Director Roland Emmerich (Independence Day, Godzilla) might not be the first name that comes to mind when you think of the person most likely to make a movie about one of the defining moments of the gay civil rights movement, the Stonewall riots.
But Emmerich wanted to direct Stonewall as a passion project,— he even financed much of the film himself.
First, some history. Back in 1969, a group of gay activists (primarily trans women of color and lesbians) fought back against a police raid of the Stonewall Inn and are credited with being the first to bring light to police brutality against the LGBT community.
That’s the way it happened in history. But for months, bloggers and activists have been taking the film to task for whitewashing the actual riots — Emmerich’s film centers around a white teen from the Midwest named Danny (Jeremy Irvine), who is kicked out of his house and relocates to the West Village.
He appears to be at the center of the riots in Emmerich’s film when, in fact, the Stonewall riots were largely led by trans women of color and lesbians. In this film adaptation, they’re all relegated to co-starring roles.
Emmerich says he centered the film around the character of Danny because he needed mainstream audiences to have a character they could relate to. He says Danny is a character that he, as a director, could “somewhat relate to.”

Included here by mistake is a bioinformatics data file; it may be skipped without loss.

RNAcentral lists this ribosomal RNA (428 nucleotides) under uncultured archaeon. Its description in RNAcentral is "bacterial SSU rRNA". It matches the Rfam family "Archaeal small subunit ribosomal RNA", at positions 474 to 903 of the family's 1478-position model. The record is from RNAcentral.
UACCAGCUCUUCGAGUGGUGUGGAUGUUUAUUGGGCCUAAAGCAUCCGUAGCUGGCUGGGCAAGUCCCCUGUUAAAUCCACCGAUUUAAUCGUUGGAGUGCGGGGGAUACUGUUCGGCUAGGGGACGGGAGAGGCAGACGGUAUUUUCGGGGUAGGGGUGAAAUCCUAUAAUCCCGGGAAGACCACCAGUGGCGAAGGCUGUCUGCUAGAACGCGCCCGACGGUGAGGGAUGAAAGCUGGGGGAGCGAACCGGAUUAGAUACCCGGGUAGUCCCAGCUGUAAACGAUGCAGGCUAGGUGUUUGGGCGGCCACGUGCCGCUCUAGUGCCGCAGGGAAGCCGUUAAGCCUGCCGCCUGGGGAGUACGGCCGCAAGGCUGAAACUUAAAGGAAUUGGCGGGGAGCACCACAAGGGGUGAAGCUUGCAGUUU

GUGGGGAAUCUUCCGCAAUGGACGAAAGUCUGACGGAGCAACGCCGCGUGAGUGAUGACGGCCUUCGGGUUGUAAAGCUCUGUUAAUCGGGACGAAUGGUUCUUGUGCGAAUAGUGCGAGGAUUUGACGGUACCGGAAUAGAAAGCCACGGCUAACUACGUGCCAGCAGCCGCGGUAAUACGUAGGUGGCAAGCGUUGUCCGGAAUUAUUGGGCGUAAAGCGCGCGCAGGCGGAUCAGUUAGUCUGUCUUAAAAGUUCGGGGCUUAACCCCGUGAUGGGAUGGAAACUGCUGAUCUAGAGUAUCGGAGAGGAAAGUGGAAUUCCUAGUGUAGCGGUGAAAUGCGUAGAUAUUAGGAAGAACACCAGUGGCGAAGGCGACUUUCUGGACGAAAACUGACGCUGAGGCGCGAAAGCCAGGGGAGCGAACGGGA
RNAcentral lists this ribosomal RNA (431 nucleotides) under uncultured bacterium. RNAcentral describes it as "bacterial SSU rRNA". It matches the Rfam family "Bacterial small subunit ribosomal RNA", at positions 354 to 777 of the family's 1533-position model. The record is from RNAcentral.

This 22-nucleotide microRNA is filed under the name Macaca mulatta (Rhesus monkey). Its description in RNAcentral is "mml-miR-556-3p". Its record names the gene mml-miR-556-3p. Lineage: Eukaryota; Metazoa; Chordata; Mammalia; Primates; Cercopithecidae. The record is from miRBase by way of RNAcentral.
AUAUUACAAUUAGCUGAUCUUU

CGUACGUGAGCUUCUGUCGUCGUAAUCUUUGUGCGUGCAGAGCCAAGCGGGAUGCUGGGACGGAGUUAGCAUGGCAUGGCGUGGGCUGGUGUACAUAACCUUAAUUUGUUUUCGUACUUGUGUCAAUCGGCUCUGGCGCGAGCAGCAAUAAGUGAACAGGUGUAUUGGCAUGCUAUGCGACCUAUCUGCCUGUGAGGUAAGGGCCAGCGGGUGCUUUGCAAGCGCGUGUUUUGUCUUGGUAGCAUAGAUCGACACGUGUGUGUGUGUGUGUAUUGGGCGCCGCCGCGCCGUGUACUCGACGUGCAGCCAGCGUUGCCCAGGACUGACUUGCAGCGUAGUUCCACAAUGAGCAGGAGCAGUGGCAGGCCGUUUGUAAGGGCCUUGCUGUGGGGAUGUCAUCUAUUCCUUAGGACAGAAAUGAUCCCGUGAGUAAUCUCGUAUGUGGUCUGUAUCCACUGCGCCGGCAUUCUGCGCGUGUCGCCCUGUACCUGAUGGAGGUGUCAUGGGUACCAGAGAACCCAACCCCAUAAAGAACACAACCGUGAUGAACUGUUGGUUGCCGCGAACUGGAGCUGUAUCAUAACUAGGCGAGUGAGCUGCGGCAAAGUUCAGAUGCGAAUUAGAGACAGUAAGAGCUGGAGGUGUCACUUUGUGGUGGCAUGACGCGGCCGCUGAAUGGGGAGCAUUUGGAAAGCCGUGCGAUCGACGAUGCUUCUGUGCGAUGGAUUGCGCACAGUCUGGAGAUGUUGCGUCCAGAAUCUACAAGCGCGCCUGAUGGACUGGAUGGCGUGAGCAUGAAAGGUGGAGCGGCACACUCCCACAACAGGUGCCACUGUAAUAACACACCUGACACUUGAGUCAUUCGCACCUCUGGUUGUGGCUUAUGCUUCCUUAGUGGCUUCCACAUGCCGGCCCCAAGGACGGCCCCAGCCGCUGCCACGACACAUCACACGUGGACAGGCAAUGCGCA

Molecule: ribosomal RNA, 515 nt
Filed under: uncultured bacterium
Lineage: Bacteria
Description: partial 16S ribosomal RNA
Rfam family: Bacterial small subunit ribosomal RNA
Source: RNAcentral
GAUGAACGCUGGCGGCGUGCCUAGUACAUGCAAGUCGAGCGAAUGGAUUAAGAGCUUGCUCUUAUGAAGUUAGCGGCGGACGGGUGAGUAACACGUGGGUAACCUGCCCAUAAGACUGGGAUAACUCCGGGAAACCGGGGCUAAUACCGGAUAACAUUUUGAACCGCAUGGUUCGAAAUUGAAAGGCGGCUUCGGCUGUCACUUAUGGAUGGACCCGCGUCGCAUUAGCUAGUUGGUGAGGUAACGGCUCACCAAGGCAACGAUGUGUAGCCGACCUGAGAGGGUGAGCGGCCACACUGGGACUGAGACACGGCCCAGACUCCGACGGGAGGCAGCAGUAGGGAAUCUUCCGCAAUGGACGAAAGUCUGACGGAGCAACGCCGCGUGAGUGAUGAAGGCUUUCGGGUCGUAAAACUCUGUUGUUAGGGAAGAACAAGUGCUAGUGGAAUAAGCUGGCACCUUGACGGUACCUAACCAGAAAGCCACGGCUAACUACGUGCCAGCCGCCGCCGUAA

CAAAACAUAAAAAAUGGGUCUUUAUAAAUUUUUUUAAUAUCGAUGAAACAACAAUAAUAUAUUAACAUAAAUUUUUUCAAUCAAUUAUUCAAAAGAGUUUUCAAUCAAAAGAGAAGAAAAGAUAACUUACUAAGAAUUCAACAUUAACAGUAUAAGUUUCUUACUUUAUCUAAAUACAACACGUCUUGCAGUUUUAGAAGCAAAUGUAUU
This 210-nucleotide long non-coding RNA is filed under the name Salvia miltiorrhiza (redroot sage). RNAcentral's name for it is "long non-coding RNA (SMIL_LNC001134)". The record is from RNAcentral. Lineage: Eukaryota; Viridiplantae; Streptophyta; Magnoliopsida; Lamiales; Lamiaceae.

The director’s attempts to clarify his reasons for “changing history”, as many critics have charged, doesn’t seem to be doing him any favors. In fact, the takeaway from his recent interviews among many is that Emmerich didn’t think he could tell the story unless a white, gay man was at its center.
A proposed boycott of the film by the GSA Network is jut shy of 25,000 as of the writing of this article. And critics have given the film a pounding. It currently sits at an 8% approval rating on Rotten Tomatoes and Vanity Fair says it should have been called “Independence Gay,” saying the film is “terrible offensive and offensively terrible.”
The Stonewall Inn, where the stonewall riots took place, was made a city landmark earlier this year. It is still open for business more than 40 years later in New York’s Greenwich Village. Click here for more info.
Stonewall opens in theaters in limited release Friday, Sept 25.View More News Articles